If this summer doesnâ€™t prove a blazing success weather-wise, the UKâ€™s commercial property investors will be exuding a healthy glow as they await a forecasted summer â€˜bounceâ€™.
A recent report by respected international real estate consultant Cushman & WakefieldÂ reinforces how savvy buyers should be broadening their target range and portfolios to maximise the anticipated bounce.
The report highlights that prime yields have fallen to a current average of 4.88 per cent â€“ with secondary yields dropping at a faster rate to 7.25 per cent.
Although this remains above average when looking back on the history of prime to secondary yield gaps, it is the tightest gap seen since 2011 and is largely attributable to a drop in prime investment opportunities causing a lift in interest for secondary stock.
Although supply remains the main barrier to increased activity in the housing markets, experts stress that the situation is changing for the better – albeit slowly – due to a healthy appetite to provide finance across a broader range of lenders and a wider market range.
Investment in offices and tenant demand has been strong in London and the bigger regional cities while tenant demand for prime retail space is also going in the right direction.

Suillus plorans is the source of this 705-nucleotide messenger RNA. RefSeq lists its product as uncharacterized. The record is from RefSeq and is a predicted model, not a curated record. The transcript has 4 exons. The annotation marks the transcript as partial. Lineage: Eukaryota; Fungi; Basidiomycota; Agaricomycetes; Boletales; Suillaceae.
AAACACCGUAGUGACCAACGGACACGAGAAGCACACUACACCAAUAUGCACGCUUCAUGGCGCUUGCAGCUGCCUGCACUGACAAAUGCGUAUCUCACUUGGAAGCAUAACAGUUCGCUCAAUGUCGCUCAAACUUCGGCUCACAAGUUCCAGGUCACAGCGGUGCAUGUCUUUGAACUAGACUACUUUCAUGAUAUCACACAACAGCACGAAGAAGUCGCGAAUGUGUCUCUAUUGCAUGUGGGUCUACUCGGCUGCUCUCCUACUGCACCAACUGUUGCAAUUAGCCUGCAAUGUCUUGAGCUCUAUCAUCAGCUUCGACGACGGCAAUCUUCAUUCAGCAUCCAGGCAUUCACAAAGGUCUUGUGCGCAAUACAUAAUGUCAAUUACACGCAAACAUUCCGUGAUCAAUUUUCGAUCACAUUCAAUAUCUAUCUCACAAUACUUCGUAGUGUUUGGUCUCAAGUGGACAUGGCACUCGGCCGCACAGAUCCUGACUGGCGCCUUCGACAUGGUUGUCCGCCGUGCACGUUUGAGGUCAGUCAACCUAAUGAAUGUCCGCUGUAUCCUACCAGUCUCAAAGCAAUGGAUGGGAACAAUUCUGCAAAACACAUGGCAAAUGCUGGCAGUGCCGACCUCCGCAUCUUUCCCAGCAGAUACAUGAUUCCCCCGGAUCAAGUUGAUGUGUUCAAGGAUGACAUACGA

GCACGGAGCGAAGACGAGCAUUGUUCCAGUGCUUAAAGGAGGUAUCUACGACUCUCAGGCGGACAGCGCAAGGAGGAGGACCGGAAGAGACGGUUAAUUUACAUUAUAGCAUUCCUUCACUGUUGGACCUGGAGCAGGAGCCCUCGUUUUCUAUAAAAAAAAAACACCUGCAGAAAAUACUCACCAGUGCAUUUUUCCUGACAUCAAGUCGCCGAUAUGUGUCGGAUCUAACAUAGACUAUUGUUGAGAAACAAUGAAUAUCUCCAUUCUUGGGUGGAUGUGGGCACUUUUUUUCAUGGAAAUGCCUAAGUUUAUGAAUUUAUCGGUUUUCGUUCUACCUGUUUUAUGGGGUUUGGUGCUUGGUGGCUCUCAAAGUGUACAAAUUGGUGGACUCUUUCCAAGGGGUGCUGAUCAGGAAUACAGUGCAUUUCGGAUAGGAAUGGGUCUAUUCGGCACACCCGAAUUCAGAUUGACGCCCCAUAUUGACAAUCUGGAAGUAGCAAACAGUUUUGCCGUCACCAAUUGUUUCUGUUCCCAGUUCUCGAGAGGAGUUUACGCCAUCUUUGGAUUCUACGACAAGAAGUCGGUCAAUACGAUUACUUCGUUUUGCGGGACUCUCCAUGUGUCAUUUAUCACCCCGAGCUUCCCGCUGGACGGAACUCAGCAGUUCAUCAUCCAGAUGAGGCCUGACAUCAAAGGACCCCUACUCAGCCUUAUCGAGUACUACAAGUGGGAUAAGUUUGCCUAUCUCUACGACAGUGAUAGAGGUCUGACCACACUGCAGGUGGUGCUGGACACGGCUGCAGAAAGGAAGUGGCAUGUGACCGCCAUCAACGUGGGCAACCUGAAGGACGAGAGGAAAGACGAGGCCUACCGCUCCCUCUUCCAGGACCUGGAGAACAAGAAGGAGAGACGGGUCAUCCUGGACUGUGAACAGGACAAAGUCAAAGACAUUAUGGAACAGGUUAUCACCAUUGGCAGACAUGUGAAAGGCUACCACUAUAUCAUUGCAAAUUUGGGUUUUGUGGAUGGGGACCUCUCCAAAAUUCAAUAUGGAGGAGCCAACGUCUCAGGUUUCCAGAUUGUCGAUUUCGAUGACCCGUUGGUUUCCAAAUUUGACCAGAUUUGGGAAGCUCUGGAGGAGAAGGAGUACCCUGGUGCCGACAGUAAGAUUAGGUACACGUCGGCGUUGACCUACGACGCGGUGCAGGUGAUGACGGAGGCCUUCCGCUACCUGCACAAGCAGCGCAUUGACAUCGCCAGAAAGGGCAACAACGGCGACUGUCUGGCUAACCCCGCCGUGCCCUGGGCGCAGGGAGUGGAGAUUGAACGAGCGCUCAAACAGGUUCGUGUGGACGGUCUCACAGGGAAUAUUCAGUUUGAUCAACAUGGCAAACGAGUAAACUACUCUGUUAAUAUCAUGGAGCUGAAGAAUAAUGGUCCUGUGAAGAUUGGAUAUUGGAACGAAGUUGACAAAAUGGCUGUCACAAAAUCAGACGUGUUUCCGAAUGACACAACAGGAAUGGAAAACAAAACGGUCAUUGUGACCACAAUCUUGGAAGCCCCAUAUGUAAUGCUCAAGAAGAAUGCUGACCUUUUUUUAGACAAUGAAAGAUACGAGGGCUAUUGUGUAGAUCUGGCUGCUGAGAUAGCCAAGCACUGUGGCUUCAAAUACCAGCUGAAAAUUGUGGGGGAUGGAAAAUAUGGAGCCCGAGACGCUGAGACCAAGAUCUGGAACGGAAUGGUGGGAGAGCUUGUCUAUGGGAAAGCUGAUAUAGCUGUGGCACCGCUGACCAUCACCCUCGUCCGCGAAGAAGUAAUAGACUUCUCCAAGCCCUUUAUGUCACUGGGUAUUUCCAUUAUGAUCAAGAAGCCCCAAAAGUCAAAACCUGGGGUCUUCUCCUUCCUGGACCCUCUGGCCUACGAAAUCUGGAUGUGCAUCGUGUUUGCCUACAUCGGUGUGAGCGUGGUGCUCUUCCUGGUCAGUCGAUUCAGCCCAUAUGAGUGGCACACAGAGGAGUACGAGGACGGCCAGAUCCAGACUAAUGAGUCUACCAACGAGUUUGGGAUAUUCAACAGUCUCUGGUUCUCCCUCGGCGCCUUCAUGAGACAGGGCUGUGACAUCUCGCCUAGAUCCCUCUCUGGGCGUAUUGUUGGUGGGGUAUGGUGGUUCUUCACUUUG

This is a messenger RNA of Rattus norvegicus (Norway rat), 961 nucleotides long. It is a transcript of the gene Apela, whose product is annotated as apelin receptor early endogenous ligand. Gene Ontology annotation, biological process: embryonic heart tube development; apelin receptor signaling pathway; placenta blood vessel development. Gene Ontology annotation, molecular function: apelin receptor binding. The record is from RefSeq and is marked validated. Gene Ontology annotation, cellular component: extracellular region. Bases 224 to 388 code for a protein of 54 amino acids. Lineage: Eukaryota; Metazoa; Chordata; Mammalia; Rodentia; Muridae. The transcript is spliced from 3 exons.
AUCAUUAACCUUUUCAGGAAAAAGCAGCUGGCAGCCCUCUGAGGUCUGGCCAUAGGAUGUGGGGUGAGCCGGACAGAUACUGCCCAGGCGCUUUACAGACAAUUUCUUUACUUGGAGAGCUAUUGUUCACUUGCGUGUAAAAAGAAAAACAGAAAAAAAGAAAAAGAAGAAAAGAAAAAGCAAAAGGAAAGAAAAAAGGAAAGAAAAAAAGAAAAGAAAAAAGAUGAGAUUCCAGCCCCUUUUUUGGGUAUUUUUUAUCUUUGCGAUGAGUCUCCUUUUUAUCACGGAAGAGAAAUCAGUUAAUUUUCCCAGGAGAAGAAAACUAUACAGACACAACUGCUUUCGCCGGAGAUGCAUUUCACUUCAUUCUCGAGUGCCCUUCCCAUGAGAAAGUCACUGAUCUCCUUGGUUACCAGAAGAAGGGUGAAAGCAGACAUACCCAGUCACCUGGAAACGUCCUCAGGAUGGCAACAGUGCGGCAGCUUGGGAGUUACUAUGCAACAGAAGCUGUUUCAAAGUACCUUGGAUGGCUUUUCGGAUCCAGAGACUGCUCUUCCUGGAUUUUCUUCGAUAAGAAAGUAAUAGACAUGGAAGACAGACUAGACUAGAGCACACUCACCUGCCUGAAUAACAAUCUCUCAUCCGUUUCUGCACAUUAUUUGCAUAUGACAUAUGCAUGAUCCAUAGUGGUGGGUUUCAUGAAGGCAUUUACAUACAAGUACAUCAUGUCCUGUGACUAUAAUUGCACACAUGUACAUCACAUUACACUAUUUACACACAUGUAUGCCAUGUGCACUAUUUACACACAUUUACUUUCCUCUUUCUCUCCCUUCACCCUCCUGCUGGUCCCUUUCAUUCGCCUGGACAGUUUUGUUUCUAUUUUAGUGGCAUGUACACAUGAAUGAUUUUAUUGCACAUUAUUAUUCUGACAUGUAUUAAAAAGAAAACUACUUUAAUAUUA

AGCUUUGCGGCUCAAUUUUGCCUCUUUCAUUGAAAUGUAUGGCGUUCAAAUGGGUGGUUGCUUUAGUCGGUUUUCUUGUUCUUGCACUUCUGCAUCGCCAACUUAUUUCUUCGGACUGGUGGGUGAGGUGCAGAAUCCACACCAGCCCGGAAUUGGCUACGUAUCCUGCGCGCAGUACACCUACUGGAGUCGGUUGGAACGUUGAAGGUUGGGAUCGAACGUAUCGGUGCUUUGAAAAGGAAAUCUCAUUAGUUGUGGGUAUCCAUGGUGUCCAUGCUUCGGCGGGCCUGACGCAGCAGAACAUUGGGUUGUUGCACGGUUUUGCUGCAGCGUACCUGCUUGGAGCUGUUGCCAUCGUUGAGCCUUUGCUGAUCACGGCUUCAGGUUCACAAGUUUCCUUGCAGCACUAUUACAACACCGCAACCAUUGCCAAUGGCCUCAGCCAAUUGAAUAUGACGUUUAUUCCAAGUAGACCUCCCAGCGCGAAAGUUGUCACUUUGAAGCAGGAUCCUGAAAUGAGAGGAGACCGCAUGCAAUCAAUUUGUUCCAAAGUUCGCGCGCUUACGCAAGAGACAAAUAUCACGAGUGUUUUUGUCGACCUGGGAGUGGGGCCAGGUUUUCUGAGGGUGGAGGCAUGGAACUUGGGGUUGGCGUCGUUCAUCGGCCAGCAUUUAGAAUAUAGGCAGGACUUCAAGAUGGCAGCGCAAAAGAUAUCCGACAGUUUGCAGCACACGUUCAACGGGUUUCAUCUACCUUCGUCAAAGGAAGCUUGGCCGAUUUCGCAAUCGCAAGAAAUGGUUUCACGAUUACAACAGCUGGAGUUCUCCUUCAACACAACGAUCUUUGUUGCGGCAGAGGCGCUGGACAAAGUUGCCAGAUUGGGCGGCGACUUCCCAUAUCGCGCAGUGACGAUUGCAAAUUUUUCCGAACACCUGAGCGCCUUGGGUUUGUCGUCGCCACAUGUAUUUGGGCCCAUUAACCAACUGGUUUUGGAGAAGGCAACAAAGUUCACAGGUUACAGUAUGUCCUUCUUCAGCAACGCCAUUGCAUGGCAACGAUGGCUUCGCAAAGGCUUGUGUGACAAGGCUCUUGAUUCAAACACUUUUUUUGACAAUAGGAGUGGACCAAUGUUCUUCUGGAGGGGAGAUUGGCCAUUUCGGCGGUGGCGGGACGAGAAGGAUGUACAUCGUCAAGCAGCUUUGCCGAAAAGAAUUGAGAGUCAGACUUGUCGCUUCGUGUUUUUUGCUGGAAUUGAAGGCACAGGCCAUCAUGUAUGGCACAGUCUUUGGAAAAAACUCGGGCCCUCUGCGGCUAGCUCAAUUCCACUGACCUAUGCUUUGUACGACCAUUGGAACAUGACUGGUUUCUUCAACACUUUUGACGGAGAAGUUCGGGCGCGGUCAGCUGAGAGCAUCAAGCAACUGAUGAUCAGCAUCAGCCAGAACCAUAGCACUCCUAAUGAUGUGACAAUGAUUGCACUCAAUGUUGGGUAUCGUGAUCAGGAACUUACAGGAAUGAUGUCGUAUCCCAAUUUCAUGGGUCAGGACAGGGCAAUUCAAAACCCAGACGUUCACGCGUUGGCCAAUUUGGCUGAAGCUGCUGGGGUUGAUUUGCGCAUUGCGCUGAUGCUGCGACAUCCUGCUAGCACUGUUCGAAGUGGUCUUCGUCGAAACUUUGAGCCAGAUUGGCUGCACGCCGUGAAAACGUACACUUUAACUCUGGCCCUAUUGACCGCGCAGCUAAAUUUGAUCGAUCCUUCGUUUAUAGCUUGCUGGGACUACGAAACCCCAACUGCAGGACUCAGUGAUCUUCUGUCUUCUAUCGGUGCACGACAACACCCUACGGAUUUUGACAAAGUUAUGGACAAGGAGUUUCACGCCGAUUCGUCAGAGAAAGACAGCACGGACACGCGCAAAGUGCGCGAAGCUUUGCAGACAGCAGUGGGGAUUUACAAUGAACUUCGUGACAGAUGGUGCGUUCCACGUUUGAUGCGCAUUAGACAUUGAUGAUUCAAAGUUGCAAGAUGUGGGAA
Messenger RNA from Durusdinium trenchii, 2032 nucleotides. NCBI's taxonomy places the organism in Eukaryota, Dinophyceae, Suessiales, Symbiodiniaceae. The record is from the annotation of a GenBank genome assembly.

According to the report, occupier demand is likewise more encouraging for buyers â€“ notably in the industrial sector which is enjoying a confidence boost as portfolio sales drive volumes and a healthy number of developments are in the pipeline.
ONS stats back this up with the news that March industrial output grew at its fastest pace for six months â€“ the sectorâ€™s best performance since September 2014.
Our buoyant industrial sector is undoubtedly a welcome boost for commercial property investors for whom Vida Architecture sources opportunities to enable them to reap maximum returns on their investment
In more upbeat developments, a report from Barbour ABI says planning application floor space for factory construction rose across 2014 by 50% while increasing planning applications in manufacturing are undoubtedly a strong sign of long-term optimism â€“ and a clear signal to investors that the sector is worthy of their financial commitment.
With the general election almost a distant shadow, letâ€™s hope that the new government will build on some of the initiatives the previous Coalition introduced to support the manufacturing sector, which during the peak of the recession lost more than 100,000 jobs.
In its first quarterly survey of 2015, manufacturerâ€™s association the EEF provides further evidence of growth across manufacturing at the start of this year. All the major indicators – output, employment, investment and orders – were positive in the past three months, remaining above their long-term averages.
Chancellor George Osborneâ€™s Northern Powerhouse plan, which will pave the way for HS2 and give more power to the Northâ€™s cities, should be a further lift for both manufacturing businesses and investors alike.
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